Bilingual babies listen to languages — and don’t get confused

24/11/2017

All of us raising multilingual children know this. Find out more at https://www.princeton.edu/news/2017/08/07/bilingual-babies-listen-languages-and-dont-get-confused.

Excerpt:

Lew-Williams suggests that this study not only confirms that bilingual infants monitor and control their languages while listening to the simplest of sentences, but also provides a likely explanation of why bilinguals show cognitive advantages across the lifespan. Children and adults who have dual-language proficiency have been observed to perform better in “tasks that require switching or the inhibiting of a previously learned response,” Lew-Williams said.

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The Science of L1: How babies learn the rules of language

21/02/2017

Source:  http://tucson.com/news/local/how-babies-learn-the-rules-of-language/article_59b80f0d-6eda-52ee-8d36-7629f7ac70e6.html

Study report


Is There an Instinct For Languages in Some Learners?

01/05/2016

Read “Real talk. For decades, the idea of a language instinct has dominated linguistics. It is simple, powerful and completely wrong” at https://aeon.co/essays/the-evidence-is-in-there-is-no-language-instinct for answers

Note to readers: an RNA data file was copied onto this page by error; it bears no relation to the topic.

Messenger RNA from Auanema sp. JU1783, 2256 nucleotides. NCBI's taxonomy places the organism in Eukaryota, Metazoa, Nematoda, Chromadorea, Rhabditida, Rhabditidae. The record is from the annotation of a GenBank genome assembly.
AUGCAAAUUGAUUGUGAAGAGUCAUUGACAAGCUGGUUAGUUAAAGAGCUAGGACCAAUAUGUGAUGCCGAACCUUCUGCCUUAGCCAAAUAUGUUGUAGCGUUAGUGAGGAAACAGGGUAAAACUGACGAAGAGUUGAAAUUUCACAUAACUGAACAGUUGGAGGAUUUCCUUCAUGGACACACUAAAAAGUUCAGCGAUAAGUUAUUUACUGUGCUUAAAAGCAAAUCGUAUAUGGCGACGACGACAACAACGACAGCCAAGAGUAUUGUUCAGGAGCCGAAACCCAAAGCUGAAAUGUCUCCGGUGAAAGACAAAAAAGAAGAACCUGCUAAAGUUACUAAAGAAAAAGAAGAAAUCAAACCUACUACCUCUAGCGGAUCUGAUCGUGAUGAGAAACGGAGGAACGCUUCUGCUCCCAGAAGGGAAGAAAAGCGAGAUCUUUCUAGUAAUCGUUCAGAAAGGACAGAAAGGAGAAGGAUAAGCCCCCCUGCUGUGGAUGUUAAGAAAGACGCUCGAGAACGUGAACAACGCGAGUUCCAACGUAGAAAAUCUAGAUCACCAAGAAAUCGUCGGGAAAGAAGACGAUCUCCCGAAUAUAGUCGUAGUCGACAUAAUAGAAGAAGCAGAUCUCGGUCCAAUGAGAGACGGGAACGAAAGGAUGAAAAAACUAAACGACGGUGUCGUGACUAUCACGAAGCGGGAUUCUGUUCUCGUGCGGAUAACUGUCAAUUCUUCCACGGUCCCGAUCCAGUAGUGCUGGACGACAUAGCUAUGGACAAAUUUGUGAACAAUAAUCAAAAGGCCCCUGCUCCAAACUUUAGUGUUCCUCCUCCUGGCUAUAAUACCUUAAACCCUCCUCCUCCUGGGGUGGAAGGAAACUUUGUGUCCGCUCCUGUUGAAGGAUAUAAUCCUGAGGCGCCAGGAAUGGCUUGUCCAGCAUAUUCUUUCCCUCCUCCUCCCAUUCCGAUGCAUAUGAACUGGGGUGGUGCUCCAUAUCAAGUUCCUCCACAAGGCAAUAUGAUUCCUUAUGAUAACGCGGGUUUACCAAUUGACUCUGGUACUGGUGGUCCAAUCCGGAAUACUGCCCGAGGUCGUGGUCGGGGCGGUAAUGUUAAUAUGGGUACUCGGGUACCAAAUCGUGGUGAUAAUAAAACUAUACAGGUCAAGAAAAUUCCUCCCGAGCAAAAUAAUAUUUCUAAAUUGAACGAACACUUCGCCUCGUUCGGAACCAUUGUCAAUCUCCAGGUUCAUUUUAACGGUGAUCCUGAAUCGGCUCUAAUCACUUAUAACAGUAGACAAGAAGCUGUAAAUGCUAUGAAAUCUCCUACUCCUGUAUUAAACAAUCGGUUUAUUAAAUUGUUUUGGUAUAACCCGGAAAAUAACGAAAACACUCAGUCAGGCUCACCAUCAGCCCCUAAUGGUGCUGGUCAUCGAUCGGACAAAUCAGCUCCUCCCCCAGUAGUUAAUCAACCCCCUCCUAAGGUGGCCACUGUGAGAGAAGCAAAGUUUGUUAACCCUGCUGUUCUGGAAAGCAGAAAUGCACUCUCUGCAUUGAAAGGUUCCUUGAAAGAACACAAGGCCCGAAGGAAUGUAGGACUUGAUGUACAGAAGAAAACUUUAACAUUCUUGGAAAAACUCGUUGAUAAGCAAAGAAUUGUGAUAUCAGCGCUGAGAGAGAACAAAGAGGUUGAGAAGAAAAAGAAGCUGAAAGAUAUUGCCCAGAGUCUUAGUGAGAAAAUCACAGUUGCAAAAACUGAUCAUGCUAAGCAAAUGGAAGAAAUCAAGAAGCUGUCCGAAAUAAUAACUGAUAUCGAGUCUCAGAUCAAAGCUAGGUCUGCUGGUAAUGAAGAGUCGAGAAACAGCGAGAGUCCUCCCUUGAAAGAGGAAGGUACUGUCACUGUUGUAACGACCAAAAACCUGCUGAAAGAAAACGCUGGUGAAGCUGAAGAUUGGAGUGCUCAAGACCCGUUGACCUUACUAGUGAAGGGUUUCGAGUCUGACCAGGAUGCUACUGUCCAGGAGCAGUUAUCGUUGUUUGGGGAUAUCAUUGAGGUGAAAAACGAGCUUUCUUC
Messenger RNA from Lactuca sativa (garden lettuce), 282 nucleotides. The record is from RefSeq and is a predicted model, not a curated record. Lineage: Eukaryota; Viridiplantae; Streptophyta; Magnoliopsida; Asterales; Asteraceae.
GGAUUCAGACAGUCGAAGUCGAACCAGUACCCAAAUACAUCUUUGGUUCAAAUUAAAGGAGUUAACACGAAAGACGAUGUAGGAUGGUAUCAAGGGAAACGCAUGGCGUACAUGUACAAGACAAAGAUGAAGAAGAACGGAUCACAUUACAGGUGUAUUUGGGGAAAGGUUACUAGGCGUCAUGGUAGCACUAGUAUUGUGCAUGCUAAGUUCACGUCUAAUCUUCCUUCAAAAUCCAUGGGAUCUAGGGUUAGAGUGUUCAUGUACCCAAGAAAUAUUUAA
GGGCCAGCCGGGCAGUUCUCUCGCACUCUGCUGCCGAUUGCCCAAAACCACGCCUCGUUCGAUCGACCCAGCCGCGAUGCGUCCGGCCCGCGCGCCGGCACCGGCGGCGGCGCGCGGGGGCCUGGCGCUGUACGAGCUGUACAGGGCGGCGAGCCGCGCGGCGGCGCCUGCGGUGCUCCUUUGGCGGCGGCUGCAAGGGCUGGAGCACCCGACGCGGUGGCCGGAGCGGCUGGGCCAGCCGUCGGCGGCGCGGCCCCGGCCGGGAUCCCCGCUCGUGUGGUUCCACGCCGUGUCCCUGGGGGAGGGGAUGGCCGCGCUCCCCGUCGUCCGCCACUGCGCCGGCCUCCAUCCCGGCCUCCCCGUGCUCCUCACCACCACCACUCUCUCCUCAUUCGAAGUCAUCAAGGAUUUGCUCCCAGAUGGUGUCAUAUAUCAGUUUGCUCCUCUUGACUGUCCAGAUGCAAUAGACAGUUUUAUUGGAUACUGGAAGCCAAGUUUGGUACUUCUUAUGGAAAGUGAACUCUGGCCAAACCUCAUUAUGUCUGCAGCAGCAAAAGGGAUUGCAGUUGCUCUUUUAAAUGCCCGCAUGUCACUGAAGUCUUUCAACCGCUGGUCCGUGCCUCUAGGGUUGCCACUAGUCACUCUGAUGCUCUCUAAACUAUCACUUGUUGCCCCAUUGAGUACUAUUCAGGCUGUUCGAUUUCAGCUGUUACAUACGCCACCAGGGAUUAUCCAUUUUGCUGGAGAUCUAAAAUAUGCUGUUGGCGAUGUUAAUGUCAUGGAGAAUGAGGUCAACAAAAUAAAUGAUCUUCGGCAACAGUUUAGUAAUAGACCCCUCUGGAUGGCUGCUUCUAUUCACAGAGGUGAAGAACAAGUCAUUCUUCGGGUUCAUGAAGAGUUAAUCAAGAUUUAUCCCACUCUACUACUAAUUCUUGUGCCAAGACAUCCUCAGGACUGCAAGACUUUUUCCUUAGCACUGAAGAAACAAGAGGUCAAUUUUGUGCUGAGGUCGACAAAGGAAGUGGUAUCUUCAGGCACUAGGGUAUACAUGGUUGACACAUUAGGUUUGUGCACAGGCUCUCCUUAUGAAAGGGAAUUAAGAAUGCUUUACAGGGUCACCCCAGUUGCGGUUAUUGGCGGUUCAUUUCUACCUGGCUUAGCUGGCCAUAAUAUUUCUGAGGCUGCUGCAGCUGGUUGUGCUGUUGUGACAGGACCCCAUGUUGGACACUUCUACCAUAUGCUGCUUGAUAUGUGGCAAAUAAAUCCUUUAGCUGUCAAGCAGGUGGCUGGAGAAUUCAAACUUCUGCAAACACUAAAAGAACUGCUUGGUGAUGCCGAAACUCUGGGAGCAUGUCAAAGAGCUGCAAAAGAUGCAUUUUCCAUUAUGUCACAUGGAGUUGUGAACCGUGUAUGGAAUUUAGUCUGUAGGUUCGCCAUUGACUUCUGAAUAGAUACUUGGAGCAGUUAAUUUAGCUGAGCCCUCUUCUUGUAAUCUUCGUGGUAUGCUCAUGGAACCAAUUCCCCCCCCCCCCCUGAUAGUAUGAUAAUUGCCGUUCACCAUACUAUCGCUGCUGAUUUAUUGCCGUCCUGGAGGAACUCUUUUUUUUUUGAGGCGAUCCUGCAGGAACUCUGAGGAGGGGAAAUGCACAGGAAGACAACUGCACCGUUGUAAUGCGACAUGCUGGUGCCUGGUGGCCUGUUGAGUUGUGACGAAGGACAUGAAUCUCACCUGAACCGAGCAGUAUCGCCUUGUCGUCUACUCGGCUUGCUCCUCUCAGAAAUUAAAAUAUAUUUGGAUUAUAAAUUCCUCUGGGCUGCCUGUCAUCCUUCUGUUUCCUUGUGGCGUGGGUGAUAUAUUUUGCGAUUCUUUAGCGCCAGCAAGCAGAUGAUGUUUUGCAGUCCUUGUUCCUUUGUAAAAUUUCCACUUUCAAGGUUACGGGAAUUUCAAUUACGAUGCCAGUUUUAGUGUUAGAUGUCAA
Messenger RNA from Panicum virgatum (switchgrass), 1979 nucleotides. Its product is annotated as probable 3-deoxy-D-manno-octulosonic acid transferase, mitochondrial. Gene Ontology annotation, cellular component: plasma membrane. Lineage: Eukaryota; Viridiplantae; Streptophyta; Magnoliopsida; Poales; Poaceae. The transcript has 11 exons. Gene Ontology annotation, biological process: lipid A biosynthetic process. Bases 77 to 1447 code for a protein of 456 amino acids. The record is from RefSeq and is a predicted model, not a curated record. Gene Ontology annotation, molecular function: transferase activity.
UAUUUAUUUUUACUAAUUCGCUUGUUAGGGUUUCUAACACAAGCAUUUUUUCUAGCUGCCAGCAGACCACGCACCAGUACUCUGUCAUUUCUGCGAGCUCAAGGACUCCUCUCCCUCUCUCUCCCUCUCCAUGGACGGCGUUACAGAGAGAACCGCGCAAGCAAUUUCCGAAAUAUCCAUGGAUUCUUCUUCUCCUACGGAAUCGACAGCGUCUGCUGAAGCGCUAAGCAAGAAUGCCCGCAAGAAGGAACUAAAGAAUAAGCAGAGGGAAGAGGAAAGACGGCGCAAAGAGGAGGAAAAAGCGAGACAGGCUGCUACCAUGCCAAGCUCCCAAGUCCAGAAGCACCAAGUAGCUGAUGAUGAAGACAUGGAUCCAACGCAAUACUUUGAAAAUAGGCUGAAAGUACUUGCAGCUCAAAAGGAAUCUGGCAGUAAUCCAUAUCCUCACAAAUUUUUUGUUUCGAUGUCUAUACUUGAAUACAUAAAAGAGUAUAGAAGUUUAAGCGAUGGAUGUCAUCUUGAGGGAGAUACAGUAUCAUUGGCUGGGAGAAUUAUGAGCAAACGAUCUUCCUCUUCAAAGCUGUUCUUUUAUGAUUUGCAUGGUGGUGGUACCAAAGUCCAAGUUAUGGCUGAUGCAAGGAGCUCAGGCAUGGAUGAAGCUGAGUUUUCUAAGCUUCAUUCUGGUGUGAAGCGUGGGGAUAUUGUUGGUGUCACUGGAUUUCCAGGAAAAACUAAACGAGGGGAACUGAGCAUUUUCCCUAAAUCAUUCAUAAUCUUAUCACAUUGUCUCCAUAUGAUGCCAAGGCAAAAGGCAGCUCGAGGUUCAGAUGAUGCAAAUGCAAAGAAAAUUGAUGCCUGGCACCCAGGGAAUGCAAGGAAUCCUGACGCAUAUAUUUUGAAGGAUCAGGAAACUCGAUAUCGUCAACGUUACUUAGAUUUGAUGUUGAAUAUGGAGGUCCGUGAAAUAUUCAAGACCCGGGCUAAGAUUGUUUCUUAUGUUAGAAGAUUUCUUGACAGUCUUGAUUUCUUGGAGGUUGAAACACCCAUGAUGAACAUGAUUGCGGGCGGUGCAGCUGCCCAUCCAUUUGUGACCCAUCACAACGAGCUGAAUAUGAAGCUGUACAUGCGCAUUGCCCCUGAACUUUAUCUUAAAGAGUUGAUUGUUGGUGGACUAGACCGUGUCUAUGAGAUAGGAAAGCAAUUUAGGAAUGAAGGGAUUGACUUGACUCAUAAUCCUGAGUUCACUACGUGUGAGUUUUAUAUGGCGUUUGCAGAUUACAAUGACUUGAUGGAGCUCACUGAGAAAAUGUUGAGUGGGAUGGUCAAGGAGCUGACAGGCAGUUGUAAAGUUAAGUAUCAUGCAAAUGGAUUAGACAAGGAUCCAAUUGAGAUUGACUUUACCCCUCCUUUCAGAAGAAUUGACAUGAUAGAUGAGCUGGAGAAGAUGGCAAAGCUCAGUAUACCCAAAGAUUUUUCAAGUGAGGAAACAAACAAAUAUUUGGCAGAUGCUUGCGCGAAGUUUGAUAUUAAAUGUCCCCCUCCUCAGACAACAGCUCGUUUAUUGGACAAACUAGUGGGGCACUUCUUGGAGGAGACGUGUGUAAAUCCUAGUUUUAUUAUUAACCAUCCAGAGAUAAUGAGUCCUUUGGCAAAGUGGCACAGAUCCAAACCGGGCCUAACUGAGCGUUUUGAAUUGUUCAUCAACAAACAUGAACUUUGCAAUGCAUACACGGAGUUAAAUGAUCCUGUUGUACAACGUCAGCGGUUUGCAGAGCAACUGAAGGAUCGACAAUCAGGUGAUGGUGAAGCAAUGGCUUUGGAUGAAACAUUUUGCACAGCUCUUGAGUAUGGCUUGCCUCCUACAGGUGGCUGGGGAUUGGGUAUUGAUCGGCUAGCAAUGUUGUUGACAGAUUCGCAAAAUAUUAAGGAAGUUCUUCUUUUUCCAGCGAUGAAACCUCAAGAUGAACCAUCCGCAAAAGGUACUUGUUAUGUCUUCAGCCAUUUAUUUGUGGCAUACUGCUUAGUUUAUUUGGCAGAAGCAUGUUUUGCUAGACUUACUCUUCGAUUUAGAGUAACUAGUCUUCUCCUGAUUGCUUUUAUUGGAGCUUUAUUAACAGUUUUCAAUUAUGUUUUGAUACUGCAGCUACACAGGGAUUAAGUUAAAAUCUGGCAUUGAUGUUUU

Our brains are hardwired for language

25/04/2014

Interested in brain research? Read more here after the excerpt:
THE EXPERIMENT

To address this question, Dr. Berent and her colleagues examined the response of human brains to distinct syllable types — either ones that are frequent across languages (e.g., blif, bnif), or infrequent (e.g., bdif, lbif). In the experiment, participants heard one auditory stimulus at a time (e.g., lbif), and were then asked to determine whether the stimulus includes one syllable or two while their brain was simultaneously imaged.

Results showed the syllables that were infrequent and ill-formed, as determined by their linguistic structure, were harder for people to process. Remarkably, a similar pattern emerged in participants’ brain responses: worse-formed syllables (e.g., lbif) exerted different demands on the brain than syllables that are well-formed (e.g., blif).

reblogged from:
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http://www.sciencedaily.com/releases/2014/04/140417191620.htm


New Insight into How Toddlers Learn Verbs

25/04/2014

Good to know the current research about first langiage acquisition
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